Once again a fellow named Ryan is shaking up the retail pharmacy business.


Rep. Paul Ryan, retail pharmacy, federal spending, government expenditures, health care, health care reform, Jeffrey Woldt, community pharmacy, health care system, Medicare, Medicaid, private health insurance, prescription drugs, pharmacy reimbursements, pharmacy operators, pharmacy, health care expenditures








































































































































































































































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Inside This Issue - Opinion

New climate in Washington will test pharmacy

April 25th, 2011

Once again a fellow named Ryan is shaking up the retail pharmacy business.

With his proposed federal spending plan for fiscal 2012, Rep. Paul Ryan (R., Wis.) has ignited what promises to be a long, intense, divisive debate about government expenditures, tax policy and the rapidly escalating national debt.

Designed to cut some $5.8 trillion in spending over the next decade, the bill, which the Republican-controlled House approved earlier this month, would, if enacted, have profound implications for every segment of American society, including community pharmacy.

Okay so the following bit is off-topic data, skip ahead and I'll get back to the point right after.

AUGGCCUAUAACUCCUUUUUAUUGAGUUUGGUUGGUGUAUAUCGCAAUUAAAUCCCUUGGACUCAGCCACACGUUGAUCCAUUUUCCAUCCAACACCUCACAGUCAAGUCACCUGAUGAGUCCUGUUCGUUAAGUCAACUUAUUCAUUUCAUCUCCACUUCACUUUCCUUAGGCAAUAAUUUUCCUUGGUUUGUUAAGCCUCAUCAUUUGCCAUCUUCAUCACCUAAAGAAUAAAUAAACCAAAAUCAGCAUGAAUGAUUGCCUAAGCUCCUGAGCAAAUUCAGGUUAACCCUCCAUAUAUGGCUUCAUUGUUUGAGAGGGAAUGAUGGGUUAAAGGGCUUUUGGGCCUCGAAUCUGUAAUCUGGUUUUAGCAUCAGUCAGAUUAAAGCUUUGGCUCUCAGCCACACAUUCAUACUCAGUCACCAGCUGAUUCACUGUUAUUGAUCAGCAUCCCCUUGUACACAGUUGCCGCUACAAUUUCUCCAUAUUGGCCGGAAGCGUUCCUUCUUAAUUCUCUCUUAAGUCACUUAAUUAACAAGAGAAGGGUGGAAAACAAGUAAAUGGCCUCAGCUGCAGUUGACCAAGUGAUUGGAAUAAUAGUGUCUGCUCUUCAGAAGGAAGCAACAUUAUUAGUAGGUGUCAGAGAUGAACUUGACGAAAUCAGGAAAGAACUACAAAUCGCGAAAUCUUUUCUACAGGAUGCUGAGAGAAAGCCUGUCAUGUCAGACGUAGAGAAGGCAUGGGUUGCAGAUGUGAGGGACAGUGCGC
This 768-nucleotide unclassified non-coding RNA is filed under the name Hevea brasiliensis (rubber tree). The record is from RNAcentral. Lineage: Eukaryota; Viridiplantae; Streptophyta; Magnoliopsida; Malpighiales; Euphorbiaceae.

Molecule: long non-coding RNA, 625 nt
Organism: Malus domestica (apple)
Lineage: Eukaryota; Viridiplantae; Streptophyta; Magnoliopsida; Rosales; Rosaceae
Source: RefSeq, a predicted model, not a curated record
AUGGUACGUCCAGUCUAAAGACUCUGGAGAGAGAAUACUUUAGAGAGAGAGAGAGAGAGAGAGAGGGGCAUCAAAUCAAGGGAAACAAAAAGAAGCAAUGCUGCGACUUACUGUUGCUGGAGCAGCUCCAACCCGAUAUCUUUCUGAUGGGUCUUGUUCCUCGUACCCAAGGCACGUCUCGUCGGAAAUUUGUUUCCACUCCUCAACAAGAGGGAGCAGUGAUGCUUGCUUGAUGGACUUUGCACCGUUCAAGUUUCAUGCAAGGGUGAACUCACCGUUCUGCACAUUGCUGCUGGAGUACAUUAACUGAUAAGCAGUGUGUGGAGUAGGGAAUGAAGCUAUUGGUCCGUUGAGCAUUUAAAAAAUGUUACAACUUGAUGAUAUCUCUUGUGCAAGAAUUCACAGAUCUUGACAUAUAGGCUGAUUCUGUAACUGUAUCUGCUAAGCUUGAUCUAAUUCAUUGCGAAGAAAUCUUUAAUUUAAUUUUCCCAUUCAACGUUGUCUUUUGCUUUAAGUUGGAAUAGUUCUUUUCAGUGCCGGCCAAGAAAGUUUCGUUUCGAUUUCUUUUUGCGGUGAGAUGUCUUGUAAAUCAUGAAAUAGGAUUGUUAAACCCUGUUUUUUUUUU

Ryan’s blueprint calls for fundamental changes to two of the pillars of the health care system: Medicare and Medicaid. He proposes that, beginning in 2022, the government give Medicare beneficiaries a fixed amount of money to purchase private health insurance instead of paying for coverage directly. In addition, Ryan wants to transform Medicaid into a block grant program for states.

President Obama has responded with his own deficit reduction plan totalling $4.4 billion over 10 years. He, too, wants to limit spending on Medicare and Medicaid, but the smaller reductions sought by the president would be attained by less radical measures, including using the government’s purchasing clout to bring down the cost of prescription drugs.

Either plan would over time bring renewed downward pressure on pharmacy reimbursements. While neither is likely to become law in its present form, the proposals signal a sea change in Washington that requires pharmacy operators to be fully engaged in defending the well-being of patients and the industry’s financial viability.

Discussion of the health care reform legislation that was passed last year centered on expanding coverage and improving care. The tide has turned decisively, and now talk in Congress revolves around what to cut and whether the entitlement programs that Americans have come to rely on are sustainable over the long term.

In the current climate it’s more important than ever for industry advocates to present a forceful case that shows the things pharmacy can do to limit overall health care expenditures.

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